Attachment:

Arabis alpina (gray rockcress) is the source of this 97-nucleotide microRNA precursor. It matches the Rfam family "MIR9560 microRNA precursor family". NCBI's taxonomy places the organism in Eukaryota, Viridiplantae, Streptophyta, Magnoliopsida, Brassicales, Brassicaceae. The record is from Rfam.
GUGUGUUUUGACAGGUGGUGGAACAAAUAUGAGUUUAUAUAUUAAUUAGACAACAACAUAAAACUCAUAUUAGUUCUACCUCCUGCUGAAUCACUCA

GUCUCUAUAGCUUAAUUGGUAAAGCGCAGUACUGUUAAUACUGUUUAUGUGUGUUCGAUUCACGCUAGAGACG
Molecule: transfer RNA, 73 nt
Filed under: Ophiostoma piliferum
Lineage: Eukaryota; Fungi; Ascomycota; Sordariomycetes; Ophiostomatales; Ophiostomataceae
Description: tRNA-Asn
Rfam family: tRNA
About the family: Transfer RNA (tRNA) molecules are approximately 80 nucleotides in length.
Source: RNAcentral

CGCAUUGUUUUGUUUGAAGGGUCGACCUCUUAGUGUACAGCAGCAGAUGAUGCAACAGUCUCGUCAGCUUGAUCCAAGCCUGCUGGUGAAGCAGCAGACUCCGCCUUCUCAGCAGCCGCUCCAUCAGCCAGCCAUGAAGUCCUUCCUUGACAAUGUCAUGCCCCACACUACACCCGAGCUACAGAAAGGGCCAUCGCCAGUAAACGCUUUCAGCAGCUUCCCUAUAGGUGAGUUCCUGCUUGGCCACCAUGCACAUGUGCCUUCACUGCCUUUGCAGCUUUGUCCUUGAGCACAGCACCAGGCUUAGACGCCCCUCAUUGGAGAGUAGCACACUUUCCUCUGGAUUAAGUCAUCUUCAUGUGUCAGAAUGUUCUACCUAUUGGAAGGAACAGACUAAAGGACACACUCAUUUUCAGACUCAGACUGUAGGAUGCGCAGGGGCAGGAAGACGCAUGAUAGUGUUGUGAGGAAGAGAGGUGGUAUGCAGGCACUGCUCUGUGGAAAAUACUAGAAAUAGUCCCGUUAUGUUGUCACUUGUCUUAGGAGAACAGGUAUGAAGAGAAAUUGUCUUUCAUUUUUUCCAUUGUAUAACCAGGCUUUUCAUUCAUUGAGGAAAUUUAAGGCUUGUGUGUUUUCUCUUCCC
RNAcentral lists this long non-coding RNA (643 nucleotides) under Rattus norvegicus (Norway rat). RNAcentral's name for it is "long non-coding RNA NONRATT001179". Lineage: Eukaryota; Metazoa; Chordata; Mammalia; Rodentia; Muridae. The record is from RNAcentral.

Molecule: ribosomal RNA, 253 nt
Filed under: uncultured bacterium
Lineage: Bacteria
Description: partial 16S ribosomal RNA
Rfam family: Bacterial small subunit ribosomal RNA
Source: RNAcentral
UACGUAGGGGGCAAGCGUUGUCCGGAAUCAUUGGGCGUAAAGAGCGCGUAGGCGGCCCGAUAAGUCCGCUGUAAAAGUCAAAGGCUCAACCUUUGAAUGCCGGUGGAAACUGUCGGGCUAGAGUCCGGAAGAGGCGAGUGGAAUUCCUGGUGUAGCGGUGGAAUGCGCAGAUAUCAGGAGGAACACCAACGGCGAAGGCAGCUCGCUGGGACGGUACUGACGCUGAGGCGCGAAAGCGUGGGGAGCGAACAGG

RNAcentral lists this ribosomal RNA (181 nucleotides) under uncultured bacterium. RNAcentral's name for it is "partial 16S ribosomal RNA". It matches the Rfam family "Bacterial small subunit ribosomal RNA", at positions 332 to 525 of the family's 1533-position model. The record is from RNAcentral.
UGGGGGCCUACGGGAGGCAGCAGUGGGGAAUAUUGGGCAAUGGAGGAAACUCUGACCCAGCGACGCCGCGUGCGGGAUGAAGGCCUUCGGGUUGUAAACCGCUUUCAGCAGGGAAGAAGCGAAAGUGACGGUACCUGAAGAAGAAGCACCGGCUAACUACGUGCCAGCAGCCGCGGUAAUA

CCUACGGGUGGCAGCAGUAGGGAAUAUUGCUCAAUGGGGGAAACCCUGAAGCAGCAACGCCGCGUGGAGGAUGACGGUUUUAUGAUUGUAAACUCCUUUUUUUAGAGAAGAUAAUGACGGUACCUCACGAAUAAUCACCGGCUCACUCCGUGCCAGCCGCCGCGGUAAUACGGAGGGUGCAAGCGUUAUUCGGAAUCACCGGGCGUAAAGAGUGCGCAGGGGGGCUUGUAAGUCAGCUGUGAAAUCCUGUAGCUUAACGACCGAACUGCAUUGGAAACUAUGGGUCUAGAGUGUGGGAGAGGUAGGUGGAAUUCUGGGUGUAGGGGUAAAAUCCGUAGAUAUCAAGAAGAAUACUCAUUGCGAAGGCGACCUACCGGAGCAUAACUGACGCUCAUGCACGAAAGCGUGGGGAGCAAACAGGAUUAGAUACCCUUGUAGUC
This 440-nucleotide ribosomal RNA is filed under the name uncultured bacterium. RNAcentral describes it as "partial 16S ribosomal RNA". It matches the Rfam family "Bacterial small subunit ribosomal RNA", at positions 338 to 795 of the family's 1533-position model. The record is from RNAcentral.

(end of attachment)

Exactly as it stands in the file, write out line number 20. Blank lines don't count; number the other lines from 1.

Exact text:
RNAcentral lists this ribosomal RNA (181 nucleotides) under uncultured bacterium. RNAcentral's name for it is "partial 16S ribosomal RNA". It matches the Rfam family "Bacterial small subunit ribosomal RNA", at positions 332 to 525 of the family's 1533-position model. The record is from RNAcentral.